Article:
Since Frances and Katherine were born we've only made it out of the house three times to see movies (and only one of those, Walk the Line, was worth the time). But I'm always interested in hearing about new flicks and my interest doubles if the movie deals with religion in some way. So this story from Ecumenical News International, republished in UCCNews, caught my eye.
Has anyone seen this film yet or know much about it?
A new film from South Africa eschews an often-popular image of a meek, white European Jesus and replaces it with one of a strong-willed, black African Jesus who preaches hope to the poor and questions political authority.
The film, "Son of Man", has been showing at the Sundance Film Festival in Park City, Utah where it premiered on 22 January. Its creators are seeking worldwide distribution of the movie.
Filmed mainly in the black townships of Cape Town, "Son of Man" places the story of Jesus in a shantytown and brings a political flavor in depicting the Gospel narratives. It is a collaboration between director Mark Dornford-May and Dimpho Di Kopane, a theatre company from the South African town of Stellenbosch.
Dornford-May says that in other portrayals of Jesus, "Christ has been hijacked a bit - he's gone very blond-haired and blue-eyed," adding that the initial response to the film among church audiences in South Africa was favourable. "We wanted to look at the gospels as if they were written by spin doctors and to strip that away and look at the truth," Dornford-May told the Reuters news agency in an interview. "The truth is that Christ was born in an occupied state and preached equality at a time when that wasn't very acceptable."
The image of a black Jesus had emerged in the 1960s and 1970s with the development of black theology in the United States and Africa. The film adheres to black theology tenets - including the depiction of Jesus as a champion of the powerless.
"It feels a bit like apartheid, people living in fear that soldiers could come into the house at any time and kill children," said Pauline Malefane, who plays Jesus' mother, Mary, and is also the movie's associate producer, in an interview with South Africa's Mail and Guardian newspaper.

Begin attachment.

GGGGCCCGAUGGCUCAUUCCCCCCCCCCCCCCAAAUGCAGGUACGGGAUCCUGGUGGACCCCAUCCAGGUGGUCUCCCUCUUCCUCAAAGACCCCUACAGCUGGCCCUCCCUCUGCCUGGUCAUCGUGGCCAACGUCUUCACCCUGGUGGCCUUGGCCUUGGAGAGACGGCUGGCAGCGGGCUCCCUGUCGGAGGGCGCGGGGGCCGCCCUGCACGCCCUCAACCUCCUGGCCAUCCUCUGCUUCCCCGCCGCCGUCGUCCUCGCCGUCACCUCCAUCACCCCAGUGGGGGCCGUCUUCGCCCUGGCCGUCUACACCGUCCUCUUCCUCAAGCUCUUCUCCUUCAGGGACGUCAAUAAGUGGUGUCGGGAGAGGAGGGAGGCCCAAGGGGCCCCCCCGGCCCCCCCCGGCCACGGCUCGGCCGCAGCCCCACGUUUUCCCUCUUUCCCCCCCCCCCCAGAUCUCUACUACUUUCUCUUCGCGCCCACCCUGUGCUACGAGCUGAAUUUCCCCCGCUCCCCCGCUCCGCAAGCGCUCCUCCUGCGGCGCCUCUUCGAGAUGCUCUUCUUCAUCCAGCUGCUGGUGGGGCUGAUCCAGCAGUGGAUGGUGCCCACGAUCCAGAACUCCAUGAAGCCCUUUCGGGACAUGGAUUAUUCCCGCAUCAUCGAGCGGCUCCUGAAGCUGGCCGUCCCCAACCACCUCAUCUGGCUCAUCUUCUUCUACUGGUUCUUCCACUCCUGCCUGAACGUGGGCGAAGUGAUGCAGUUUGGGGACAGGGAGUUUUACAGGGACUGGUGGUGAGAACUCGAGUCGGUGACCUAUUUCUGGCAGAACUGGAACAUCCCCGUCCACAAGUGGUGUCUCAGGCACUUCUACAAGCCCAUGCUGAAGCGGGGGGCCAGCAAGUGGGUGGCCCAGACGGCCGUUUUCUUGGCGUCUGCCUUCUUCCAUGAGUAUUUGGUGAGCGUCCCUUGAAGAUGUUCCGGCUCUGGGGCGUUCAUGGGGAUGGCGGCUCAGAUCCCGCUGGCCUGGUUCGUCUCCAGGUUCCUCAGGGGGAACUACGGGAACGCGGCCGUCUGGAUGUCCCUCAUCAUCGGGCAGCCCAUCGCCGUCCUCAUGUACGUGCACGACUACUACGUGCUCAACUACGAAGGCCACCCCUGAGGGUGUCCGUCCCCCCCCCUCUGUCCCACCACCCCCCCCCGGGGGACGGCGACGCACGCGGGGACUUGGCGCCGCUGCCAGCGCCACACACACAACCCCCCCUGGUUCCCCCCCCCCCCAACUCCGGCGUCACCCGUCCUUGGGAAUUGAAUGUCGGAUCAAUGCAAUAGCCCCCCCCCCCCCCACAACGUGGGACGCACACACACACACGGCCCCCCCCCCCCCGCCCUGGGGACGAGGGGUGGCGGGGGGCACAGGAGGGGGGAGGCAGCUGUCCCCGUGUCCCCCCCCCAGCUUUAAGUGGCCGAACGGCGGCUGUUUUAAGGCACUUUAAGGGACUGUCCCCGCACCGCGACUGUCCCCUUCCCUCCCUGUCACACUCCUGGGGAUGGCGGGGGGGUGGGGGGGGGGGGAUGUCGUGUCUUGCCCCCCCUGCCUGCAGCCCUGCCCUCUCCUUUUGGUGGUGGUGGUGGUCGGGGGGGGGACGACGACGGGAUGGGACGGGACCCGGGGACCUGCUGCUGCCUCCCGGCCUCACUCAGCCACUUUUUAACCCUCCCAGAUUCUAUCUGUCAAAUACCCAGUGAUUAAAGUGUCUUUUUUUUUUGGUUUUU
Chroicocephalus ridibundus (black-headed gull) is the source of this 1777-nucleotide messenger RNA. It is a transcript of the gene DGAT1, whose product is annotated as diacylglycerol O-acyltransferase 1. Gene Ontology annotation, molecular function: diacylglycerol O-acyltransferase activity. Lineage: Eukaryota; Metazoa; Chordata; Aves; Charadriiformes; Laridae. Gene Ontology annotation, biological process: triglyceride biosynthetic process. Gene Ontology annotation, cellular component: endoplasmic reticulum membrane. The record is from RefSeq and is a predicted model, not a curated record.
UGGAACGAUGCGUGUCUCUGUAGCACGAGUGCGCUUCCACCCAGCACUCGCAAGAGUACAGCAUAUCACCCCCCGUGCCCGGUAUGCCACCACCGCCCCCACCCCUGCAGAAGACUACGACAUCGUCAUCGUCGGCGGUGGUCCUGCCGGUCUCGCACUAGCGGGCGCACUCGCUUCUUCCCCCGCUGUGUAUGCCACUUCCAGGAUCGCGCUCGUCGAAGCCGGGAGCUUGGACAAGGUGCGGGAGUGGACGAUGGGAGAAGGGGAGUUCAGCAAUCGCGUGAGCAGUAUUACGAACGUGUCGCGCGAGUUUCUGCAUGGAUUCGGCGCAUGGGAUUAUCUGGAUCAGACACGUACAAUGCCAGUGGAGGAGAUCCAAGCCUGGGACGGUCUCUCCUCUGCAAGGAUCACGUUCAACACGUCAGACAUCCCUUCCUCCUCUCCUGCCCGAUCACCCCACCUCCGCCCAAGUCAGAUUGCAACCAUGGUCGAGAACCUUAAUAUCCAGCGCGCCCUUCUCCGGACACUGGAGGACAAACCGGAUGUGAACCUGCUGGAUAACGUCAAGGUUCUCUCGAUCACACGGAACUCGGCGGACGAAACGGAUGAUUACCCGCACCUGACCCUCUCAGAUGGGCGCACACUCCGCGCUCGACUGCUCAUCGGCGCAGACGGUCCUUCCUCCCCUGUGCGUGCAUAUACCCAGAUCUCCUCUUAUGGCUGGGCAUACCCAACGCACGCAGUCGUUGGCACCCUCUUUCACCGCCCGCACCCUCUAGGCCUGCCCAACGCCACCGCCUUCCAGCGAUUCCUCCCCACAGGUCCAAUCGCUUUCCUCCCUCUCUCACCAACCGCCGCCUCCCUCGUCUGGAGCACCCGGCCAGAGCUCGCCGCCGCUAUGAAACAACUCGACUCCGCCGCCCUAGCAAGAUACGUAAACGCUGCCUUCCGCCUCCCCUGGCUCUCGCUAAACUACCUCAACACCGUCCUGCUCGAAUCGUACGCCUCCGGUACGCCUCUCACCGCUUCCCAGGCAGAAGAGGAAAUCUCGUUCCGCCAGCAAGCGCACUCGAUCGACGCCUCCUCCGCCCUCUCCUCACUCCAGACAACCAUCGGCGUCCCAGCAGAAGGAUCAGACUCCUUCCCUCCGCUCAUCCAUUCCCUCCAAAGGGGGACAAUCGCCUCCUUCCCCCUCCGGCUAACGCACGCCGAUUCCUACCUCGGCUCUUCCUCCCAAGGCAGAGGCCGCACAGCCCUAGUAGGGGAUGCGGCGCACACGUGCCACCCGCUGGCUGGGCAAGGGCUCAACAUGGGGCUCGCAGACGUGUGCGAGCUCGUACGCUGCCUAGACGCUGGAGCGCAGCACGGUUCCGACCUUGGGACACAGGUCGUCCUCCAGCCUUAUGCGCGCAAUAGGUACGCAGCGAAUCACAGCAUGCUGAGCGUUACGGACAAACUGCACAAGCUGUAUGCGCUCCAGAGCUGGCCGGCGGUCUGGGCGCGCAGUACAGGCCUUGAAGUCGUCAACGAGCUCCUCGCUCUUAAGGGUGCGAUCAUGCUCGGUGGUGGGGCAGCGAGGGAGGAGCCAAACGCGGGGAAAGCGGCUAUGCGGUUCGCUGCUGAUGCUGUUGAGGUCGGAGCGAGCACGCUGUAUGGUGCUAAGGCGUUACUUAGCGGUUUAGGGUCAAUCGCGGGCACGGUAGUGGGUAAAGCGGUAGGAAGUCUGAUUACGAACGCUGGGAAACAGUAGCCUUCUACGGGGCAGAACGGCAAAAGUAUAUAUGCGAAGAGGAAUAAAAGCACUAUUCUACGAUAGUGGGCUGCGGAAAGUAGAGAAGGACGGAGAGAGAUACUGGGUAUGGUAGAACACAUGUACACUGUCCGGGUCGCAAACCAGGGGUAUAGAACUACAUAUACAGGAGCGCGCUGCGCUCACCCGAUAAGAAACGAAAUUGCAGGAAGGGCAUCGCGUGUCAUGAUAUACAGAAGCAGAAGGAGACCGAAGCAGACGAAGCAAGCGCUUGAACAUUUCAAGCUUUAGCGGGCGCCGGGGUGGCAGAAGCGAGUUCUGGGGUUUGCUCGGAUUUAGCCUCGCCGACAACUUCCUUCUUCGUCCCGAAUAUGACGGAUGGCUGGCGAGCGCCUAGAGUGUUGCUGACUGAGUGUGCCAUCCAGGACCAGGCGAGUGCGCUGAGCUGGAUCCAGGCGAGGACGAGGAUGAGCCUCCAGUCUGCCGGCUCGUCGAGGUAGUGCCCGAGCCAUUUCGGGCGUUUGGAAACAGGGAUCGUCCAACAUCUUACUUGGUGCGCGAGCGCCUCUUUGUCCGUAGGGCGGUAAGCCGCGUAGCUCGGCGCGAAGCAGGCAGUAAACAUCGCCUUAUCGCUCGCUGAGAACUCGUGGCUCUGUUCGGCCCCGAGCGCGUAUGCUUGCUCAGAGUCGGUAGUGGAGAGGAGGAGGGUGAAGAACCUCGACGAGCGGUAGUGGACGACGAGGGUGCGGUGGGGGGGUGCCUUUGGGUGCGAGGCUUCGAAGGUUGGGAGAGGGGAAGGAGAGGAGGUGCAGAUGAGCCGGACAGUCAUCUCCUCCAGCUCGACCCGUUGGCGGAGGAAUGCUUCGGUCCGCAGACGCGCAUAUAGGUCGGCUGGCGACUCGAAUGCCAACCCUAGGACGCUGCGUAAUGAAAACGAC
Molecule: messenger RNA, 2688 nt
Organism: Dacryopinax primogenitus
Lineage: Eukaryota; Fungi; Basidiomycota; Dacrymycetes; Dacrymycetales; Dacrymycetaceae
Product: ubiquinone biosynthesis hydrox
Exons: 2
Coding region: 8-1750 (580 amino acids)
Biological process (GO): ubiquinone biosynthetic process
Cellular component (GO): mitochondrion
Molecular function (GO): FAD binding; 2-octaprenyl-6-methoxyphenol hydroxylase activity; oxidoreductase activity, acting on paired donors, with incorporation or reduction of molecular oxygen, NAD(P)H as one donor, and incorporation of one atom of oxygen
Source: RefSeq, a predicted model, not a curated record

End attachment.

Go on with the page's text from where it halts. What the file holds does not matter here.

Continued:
But the film also depicts the authorities Jesus opposes as black. To some, that might evoke comparisons with the government of President Robert Mugabe in South Africa's neighbouring Zimbabwe, Malefane told the Mail and Guardian.
How we literally see the image of Jesus shows the tremendous differences in how we understand our Christian faith. Every culture adopts Jesus. In the United States, Jesus is a superhero and most often portrayed as white with blond hair. In other parts of the world he is seen as black, or Asian, or even in images that depict him as female or powerless to affect events as he hangs from the cross. Some people see Jesus as gay and others as a brash - even sexy - warrior.
Whatever from you pick for what you think Jesus looks like speaks volumes about what your own theology sounds like. There are those afraid of all these differences. You hear them protesting at films that Jesus could never have looked or acted the way the film suggests. After all, we've created Jesus in our image so we should know what he acted like (or looked like).
Such a debate over Jesus doesn't make me frightened. We know a lot about what the historical Jesus might have looked like based on our understandings of human looks from that time in history. But the post-Easter Jesus speaks to a much broader audience than the historical Jesus did. It makes sense that Jesus would speak differently to people from one context to another. And it makes sense that we in the US, for example, have a lot to offer and a lot to learn from people in Southern India who have experienced and imagined Jesus differently than we have. God is still speaking to all cultures and we should be taking part in the conversation.
A movie like this makes us ask questions.
What are the images of Jesus that you grew up with?
How have those images changed?
Have your life experiences, readings of the Scriptures, or interactions with other cultures changed the ways in why you understand Jesus?
Would it matter if Jesus were a black African rather than a white American?
Don't be surprised to learn the Religious Right is already at the gates ready to fight the film. The Republican Party-aligned Institute on Religion and Democracy recently took aim at the director of the film:
"We wanted to look at the gospels as if they were written by spindoctors and to strip that away and look at the truth. The truth is that Christ was born in an occupied state and preached equality at a time when that wasn't very acceptable."
- Mark Dornford-May, director of Son of Man, a movie which retells the passion of Christ by placing Jesus in a modern African state in a state of civil war.
IRD placed Dornford-May's statement on the "Outrageous Quotes of the Week" section of their web site. IRD's Jesus is one who read the Republican Party Platform word for word during the sermon on the mount (forgetting all the parts about love and justice). IRD supports war, opposes anti-poverty programs, and charges that Christians that disagree with the President's Iraq war are un-American. IRD' staff and board are made up of many prominent Republican activists and funders. They don't want anyone to ever mess with their Repubican Jesus.
I'm looking forward to seeing this film. We just need a babysitter.